Software versioning is the most widely adopted scheme for assigning unique version version numbers to software releases.
We practice Semantic Versioning for all projects. Using this versioning standard helps to reduce the entropy related to Dependency Hell.
Generally, all of our versions follow this convention: X.Y.Z (e.g. 1.2.3). Sometimes, we’ll use this format: X.Y.Z-branch when we need to disambiguate between versions existing in multiple branches.
Major Releases - These are releases when X changes. These releases will typically have major changes in the interface. These releases may not be backward-compatible. Minor Releases - These are releases when Y changes. These releases bundle new features, but the interface should be largely the same. Minor releases should be backward-compatible.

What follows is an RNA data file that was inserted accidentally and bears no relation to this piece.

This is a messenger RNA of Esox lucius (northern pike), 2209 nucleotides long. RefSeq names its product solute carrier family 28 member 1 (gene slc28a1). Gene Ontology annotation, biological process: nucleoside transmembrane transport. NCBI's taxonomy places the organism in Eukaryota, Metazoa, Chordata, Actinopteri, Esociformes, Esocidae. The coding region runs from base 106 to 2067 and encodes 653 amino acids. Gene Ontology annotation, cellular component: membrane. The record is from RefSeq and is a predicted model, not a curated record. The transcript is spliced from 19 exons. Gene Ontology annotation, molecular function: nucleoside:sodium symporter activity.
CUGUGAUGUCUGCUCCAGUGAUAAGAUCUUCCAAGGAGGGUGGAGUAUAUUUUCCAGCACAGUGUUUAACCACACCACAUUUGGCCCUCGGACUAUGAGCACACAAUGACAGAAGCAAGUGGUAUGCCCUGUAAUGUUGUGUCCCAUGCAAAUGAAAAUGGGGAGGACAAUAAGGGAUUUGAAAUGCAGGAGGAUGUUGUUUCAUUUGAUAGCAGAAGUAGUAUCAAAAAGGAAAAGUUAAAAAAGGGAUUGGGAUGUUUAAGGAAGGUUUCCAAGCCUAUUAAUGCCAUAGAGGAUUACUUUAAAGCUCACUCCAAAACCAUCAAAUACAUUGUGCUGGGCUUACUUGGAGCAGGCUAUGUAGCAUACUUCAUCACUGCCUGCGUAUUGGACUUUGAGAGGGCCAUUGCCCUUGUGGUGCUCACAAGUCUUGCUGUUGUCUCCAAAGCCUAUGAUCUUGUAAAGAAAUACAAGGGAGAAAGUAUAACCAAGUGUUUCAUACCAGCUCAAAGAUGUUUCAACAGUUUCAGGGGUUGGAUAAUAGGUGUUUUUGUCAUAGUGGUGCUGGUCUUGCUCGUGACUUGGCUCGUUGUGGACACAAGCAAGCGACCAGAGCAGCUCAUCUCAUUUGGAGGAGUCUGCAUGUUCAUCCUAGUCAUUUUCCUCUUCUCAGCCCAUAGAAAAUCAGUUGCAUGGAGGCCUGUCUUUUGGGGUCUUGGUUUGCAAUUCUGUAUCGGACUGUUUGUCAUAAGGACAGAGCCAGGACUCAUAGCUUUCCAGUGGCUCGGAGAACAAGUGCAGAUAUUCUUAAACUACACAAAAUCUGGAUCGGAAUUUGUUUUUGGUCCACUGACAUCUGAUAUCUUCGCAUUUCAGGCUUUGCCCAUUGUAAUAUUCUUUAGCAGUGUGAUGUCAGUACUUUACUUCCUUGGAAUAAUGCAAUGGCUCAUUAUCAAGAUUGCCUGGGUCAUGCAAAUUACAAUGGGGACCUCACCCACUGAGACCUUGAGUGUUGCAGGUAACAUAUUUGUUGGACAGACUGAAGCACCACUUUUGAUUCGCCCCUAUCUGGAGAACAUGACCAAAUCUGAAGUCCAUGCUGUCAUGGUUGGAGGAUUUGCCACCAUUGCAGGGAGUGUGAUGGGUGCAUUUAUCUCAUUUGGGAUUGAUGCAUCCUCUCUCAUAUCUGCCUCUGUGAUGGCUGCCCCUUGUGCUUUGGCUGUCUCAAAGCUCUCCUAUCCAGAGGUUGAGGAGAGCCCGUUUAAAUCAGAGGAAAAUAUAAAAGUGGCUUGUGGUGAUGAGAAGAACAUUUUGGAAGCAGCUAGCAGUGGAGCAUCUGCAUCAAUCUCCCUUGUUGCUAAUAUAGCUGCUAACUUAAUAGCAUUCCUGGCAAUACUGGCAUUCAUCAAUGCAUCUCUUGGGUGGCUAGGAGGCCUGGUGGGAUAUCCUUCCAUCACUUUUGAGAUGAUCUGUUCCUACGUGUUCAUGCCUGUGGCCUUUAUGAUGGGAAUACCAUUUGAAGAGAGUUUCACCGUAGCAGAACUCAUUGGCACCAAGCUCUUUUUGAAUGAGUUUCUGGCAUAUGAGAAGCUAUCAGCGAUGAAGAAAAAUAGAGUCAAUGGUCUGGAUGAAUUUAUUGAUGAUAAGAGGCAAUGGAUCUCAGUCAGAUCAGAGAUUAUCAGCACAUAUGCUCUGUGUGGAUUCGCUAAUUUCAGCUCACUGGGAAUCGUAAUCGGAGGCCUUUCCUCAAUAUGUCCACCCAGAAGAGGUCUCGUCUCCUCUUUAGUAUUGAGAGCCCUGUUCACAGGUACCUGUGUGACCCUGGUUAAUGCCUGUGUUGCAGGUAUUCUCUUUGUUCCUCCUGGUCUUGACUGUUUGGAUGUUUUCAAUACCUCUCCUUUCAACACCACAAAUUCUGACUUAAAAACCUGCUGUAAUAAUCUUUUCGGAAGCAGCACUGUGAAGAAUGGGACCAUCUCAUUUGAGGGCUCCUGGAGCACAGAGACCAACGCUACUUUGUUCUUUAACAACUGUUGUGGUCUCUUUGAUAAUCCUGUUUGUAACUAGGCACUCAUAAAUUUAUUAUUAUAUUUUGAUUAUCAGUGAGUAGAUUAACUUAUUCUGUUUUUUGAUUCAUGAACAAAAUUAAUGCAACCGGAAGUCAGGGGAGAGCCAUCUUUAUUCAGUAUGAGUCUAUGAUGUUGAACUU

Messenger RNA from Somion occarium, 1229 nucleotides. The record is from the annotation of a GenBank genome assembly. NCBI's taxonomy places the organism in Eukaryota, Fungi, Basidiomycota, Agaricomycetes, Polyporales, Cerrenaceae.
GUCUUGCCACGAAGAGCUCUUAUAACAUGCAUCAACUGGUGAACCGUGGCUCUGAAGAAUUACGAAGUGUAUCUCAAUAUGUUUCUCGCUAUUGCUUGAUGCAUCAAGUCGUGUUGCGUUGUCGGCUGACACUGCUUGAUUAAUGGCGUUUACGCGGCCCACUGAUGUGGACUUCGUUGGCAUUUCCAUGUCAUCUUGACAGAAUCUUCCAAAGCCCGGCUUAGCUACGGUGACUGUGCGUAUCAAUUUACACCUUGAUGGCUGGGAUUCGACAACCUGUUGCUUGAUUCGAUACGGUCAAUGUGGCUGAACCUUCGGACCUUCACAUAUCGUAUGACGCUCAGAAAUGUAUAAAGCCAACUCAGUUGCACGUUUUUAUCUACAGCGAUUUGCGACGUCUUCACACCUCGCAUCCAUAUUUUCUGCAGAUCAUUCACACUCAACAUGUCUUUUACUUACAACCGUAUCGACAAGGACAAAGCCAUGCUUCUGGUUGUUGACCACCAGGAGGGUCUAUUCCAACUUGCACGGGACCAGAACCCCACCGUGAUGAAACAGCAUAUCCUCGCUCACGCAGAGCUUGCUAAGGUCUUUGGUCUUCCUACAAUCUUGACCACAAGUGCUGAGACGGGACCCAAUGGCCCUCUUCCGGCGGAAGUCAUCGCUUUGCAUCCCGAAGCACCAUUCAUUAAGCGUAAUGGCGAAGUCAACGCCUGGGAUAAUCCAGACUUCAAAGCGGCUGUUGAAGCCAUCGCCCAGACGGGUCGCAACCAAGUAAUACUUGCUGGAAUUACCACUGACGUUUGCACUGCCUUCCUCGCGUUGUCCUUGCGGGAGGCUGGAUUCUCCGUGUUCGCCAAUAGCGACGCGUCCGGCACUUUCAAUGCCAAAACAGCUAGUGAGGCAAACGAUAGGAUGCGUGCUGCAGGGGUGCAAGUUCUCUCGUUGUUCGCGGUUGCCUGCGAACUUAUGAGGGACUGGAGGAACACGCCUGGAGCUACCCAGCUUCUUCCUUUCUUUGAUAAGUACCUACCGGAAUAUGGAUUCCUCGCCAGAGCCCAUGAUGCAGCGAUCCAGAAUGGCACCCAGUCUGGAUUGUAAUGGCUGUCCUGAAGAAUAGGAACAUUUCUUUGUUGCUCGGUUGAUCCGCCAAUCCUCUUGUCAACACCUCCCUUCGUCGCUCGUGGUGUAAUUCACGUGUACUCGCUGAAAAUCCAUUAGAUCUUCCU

Patch Releases - These are releases when Z changes. These releases are typically bug fixes which do not introduce new features. These releases are backward-compatible.
We use Git tags & releases for all versioning.
We always start projects off at 0.1.0. This is our first release of any project. While we try to keep our interfaces stable, as long as X=0, it indicates that our code does not yet have a stable API and may vary radically between minor releases.
As soon as our code reaches 1.X.Y, the interface should be relatively stable - that is not changing much between minor releases.
Managing semantic versions should be automated just like everything else in your infrastructure.